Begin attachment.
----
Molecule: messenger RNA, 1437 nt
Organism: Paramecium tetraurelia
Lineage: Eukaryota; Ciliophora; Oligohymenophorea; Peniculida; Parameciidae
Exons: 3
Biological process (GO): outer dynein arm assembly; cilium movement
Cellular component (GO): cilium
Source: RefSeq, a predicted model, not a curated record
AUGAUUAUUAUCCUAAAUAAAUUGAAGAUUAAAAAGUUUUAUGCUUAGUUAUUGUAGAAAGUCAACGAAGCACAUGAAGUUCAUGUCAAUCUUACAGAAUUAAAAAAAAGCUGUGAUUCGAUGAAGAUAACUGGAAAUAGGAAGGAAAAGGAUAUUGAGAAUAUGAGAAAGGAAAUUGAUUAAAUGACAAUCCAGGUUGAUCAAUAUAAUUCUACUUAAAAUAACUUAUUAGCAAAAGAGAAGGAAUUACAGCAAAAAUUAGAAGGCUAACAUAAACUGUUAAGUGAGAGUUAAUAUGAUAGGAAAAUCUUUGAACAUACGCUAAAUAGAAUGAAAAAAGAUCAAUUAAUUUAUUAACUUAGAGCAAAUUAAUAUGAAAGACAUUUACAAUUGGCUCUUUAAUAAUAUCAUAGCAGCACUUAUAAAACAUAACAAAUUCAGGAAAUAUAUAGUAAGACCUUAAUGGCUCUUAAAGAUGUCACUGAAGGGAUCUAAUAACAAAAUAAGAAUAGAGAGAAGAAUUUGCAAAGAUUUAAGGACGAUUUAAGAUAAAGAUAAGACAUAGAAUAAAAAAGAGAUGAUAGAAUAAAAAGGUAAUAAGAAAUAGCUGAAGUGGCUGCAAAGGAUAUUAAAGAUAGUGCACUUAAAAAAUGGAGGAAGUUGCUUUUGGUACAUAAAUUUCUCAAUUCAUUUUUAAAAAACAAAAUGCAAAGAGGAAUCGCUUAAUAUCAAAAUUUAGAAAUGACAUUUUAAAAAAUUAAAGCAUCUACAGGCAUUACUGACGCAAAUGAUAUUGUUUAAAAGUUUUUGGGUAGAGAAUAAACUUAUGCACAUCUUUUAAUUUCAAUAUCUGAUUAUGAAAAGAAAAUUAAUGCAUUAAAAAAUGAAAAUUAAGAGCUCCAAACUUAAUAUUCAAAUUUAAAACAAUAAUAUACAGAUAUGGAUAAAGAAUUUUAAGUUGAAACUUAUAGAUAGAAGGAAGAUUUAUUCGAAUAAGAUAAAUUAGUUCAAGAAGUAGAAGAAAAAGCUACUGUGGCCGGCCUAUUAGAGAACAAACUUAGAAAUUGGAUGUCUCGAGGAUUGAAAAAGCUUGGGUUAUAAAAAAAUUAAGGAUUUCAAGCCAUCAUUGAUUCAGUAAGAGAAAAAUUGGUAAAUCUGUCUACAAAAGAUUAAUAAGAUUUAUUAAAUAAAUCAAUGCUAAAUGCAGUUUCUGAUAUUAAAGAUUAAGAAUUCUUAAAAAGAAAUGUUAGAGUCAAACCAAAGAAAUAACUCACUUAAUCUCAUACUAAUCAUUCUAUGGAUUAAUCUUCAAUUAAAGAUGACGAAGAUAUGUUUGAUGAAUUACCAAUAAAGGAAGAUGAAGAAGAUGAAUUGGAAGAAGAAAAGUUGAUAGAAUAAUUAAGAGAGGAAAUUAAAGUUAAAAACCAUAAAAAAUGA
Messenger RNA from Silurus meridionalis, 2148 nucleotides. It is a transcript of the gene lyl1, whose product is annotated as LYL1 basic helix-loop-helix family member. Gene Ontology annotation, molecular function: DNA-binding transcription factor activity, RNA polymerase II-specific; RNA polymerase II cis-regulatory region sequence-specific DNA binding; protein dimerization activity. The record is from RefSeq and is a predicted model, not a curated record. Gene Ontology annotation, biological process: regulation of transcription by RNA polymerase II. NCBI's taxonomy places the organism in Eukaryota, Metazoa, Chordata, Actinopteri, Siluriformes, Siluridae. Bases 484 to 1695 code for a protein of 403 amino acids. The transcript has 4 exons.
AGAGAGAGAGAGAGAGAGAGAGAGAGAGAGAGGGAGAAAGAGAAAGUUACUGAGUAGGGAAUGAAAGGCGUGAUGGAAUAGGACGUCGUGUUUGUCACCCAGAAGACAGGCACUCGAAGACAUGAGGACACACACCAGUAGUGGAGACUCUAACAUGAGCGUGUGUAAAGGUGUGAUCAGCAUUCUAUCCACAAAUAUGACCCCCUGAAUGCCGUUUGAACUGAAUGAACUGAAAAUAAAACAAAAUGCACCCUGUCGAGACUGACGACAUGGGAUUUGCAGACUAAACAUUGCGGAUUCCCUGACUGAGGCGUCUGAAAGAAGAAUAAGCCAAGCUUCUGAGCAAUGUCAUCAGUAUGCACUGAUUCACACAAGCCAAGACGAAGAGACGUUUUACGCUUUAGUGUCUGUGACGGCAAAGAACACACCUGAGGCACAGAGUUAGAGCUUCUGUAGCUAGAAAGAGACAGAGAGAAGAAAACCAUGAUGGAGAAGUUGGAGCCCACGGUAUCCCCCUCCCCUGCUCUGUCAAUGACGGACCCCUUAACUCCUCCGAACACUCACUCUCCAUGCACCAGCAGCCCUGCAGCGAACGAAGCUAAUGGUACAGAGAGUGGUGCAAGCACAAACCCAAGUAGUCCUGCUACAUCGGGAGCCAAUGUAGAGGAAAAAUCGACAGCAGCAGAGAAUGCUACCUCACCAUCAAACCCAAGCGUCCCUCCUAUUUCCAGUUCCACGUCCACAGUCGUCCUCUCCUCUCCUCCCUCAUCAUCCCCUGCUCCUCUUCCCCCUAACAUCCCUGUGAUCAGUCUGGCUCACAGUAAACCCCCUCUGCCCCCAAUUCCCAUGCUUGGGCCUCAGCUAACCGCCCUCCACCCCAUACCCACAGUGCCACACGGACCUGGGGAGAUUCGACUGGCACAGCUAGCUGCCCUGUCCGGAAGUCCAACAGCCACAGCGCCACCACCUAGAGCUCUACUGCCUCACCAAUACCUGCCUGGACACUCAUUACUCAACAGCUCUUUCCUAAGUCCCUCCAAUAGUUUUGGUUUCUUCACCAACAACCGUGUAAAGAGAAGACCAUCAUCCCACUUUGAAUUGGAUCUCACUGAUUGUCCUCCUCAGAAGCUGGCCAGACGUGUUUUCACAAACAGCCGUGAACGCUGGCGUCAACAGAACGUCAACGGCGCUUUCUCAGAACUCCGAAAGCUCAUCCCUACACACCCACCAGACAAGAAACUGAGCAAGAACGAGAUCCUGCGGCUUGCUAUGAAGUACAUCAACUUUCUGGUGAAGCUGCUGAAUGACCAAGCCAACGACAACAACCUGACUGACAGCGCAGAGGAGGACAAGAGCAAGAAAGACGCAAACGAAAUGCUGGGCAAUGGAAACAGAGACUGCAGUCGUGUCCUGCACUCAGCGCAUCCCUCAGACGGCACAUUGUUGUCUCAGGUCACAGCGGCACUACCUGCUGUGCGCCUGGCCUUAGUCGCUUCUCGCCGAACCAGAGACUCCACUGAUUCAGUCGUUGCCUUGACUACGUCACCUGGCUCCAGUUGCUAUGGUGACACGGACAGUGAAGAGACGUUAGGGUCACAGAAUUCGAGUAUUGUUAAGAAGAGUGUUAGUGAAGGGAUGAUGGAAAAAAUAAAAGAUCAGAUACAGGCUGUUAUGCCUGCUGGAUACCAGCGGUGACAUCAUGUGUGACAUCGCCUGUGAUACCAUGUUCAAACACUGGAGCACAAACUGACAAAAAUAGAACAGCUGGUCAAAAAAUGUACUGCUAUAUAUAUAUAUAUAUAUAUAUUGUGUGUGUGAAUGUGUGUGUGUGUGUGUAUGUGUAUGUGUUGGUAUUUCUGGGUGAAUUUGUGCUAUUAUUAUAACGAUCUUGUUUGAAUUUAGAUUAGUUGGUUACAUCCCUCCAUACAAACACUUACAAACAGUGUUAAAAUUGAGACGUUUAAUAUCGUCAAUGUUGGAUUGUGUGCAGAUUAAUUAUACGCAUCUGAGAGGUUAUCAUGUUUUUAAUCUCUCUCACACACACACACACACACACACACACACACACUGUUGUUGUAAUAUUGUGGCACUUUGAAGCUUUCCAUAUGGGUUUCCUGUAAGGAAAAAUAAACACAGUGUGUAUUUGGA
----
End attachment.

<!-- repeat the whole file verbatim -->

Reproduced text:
Molecule: messenger RNA, 1437 nt
Organism: Paramecium tetraurelia
Lineage: Eukaryota; Ciliophora; Oligohymenophorea; Peniculida; Parameciidae
Exons: 3
Biological process (GO): outer dynein arm assembly; cilium movement
Cellular component (GO): cilium
Source: RefSeq, a predicted model, not a curated record
AUGAUUAUUAUCCUAAAUAAAUUGAAGAUUAAAAAGUUUUAUGCUUAGUUAUUGUAGAAAGUCAACGAAGCACAUGAAGUUCAUGUCAAUCUUACAGAAUUAAAAAAAAGCUGUGAUUCGAUGAAGAUAACUGGAAAUAGGAAGGAAAAGGAUAUUGAGAAUAUGAGAAAGGAAAUUGAUUAAAUGACAAUCCAGGUUGAUCAAUAUAAUUCUACUUAAAAUAACUUAUUAGCAAAAGAGAAGGAAUUACAGCAAAAAUUAGAAGGCUAACAUAAACUGUUAAGUGAGAGUUAAUAUGAUAGGAAAAUCUUUGAACAUACGCUAAAUAGAAUGAAAAAAGAUCAAUUAAUUUAUUAACUUAGAGCAAAUUAAUAUGAAAGACAUUUACAAUUGGCUCUUUAAUAAUAUCAUAGCAGCACUUAUAAAACAUAACAAAUUCAGGAAAUAUAUAGUAAGACCUUAAUGGCUCUUAAAGAUGUCACUGAAGGGAUCUAAUAACAAAAUAAGAAUAGAGAGAAGAAUUUGCAAAGAUUUAAGGACGAUUUAAGAUAAAGAUAAGACAUAGAAUAAAAAAGAGAUGAUAGAAUAAAAAGGUAAUAAGAAAUAGCUGAAGUGGCUGCAAAGGAUAUUAAAGAUAGUGCACUUAAAAAAUGGAGGAAGUUGCUUUUGGUACAUAAAUUUCUCAAUUCAUUUUUAAAAAACAAAAUGCAAAGAGGAAUCGCUUAAUAUCAAAAUUUAGAAAUGACAUUUUAAAAAAUUAAAGCAUCUACAGGCAUUACUGACGCAAAUGAUAUUGUUUAAAAGUUUUUGGGUAGAGAAUAAACUUAUGCACAUCUUUUAAUUUCAAUAUCUGAUUAUGAAAAGAAAAUUAAUGCAUUAAAAAAUGAAAAUUAAGAGCUCCAAACUUAAUAUUCAAAUUUAAAACAAUAAUAUACAGAUAUGGAUAAAGAAUUUUAAGUUGAAACUUAUAGAUAGAAGGAAGAUUUAUUCGAAUAAGAUAAAUUAGUUCAAGAAGUAGAAGAAAAAGCUACUGUGGCCGGCCUAUUAGAGAACAAACUUAGAAAUUGGAUGUCUCGAGGAUUGAAAAAGCUUGGGUUAUAAAAAAAUUAAGGAUUUCAAGCCAUCAUUGAUUCAGUAAGAGAAAAAUUGGUAAAUCUGUCUACAAAAGAUUAAUAAGAUUUAUUAAAUAAAUCAAUGCUAAAUGCAGUUUCUGAUAUUAAAGAUUAAGAAUUCUUAAAAAGAAAUGUUAGAGUCAAACCAAAGAAAUAACUCACUUAAUCUCAUACUAAUCAUUCUAUGGAUUAAUCUUCAAUUAAAGAUGACGAAGAUAUGUUUGAUGAAUUACCAAUAAAGGAAGAUGAAGAAGAUGAAUUGGAAGAAGAAAAGUUGAUAGAAUAAUUAAGAGAGGAAAUUAAAGUUAAAAACCAUAAAAAAUGA
Messenger RNA from Silurus meridionalis, 2148 nucleotides. It is a transcript of the gene lyl1, whose product is annotated as LYL1 basic helix-loop-helix family member. Gene Ontology annotation, molecular function: DNA-binding transcription factor activity, RNA polymerase II-specific; RNA polymerase II cis-regulatory region sequence-specific DNA binding; protein dimerization activity. The record is from RefSeq and is a predicted model, not a curated record. Gene Ontology annotation, biological process: regulation of transcription by RNA polymerase II. NCBI's taxonomy places the organism in Eukaryota, Metazoa, Chordata, Actinopteri, Siluriformes, Siluridae. Bases 484 to 1695 code for a protein of 403 amino acids. The transcript has 4 exons.
AGAGAGAGAGAGAGAGAGAGAGAGAGAGAGAGGGAGAAAGAGAAAGUUACUGAGUAGGGAAUGAAAGGCGUGAUGGAAUAGGACGUCGUGUUUGUCACCCAGAAGACAGGCACUCGAAGACAUGAGGACACACACCAGUAGUGGAGACUCUAACAUGAGCGUGUGUAAAGGUGUGAUCAGCAUUCUAUCCACAAAUAUGACCCCCUGAAUGCCGUUUGAACUGAAUGAACUGAAAAUAAAACAAAAUGCACCCUGUCGAGACUGACGACAUGGGAUUUGCAGACUAAACAUUGCGGAUUCCCUGACUGAGGCGUCUGAAAGAAGAAUAAGCCAAGCUUCUGAGCAAUGUCAUCAGUAUGCACUGAUUCACACAAGCCAAGACGAAGAGACGUUUUACGCUUUAGUGUCUGUGACGGCAAAGAACACACCUGAGGCACAGAGUUAGAGCUUCUGUAGCUAGAAAGAGACAGAGAGAAGAAAACCAUGAUGGAGAAGUUGGAGCCCACGGUAUCCCCCUCCCCUGCUCUGUCAAUGACGGACCCCUUAACUCCUCCGAACACUCACUCUCCAUGCACCAGCAGCCCUGCAGCGAACGAAGCUAAUGGUACAGAGAGUGGUGCAAGCACAAACCCAAGUAGUCCUGCUACAUCGGGAGCCAAUGUAGAGGAAAAAUCGACAGCAGCAGAGAAUGCUACCUCACCAUCAAACCCAAGCGUCCCUCCUAUUUCCAGUUCCACGUCCACAGUCGUCCUCUCCUCUCCUCCCUCAUCAUCCCCUGCUCCUCUUCCCCCUAACAUCCCUGUGAUCAGUCUGGCUCACAGUAAACCCCCUCUGCCCCCAAUUCCCAUGCUUGGGCCUCAGCUAACCGCCCUCCACCCCAUACCCACAGUGCCACACGGACCUGGGGAGAUUCGACUGGCACAGCUAGCUGCCCUGUCCGGAAGUCCAACAGCCACAGCGCCACCACCUAGAGCUCUACUGCCUCACCAAUACCUGCCUGGACACUCAUUACUCAACAGCUCUUUCCUAAGUCCCUCCAAUAGUUUUGGUUUCUUCACCAACAACCGUGUAAAGAGAAGACCAUCAUCCCACUUUGAAUUGGAUCUCACUGAUUGUCCUCCUCAGAAGCUGGCCAGACGUGUUUUCACAAACAGCCGUGAACGCUGGCGUCAACAGAACGUCAACGGCGCUUUCUCAGAACUCCGAAAGCUCAUCCCUACACACCCACCAGACAAGAAACUGAGCAAGAACGAGAUCCUGCGGCUUGCUAUGAAGUACAUCAACUUUCUGGUGAAGCUGCUGAAUGACCAAGCCAACGACAACAACCUGACUGACAGCGCAGAGGAGGACAAGAGCAAGAAAGACGCAAACGAAAUGCUGGGCAAUGGAAACAGAGACUGCAGUCGUGUCCUGCACUCAGCGCAUCCCUCAGACGGCACAUUGUUGUCUCAGGUCACAGCGGCACUACCUGCUGUGCGCCUGGCCUUAGUCGCUUCUCGCCGAACCAGAGACUCCACUGAUUCAGUCGUUGCCUUGACUACGUCACCUGGCUCCAGUUGCUAUGGUGACACGGACAGUGAAGAGACGUUAGGGUCACAGAAUUCGAGUAUUGUUAAGAAGAGUGUUAGUGAAGGGAUGAUGGAAAAAAUAAAAGAUCAGAUACAGGCUGUUAUGCCUGCUGGAUACCAGCGGUGACAUCAUGUGUGACAUCGCCUGUGAUACCAUGUUCAAACACUGGAGCACAAACUGACAAAAAUAGAACAGCUGGUCAAAAAAUGUACUGCUAUAUAUAUAUAUAUAUAUAUAUUGUGUGUGUGAAUGUGUGUGUGUGUGUGUAUGUGUAUGUGUUGGUAUUUCUGGGUGAAUUUGUGCUAUUAUUAUAACGAUCUUGUUUGAAUUUAGAUUAGUUGGUUACAUCCCUCCAUACAAACACUUACAAACAGUGUUAAAAUUGAGACGUUUAAUAUCGUCAAUGUUGGAUUGUGUGCAGAUUAAUUAUACGCAUCUGAGAGGUUAUCAUGUUUUUAAUCUCUCUCACACACACACACACACACACACACACACACACUGUUGUUGUAAUAUUGUGGCACUUUGAAGCUUUCCAUAUGGGUUUCCUGUAAGGAAAAAUAAACACAGUGUGUAUUUGGA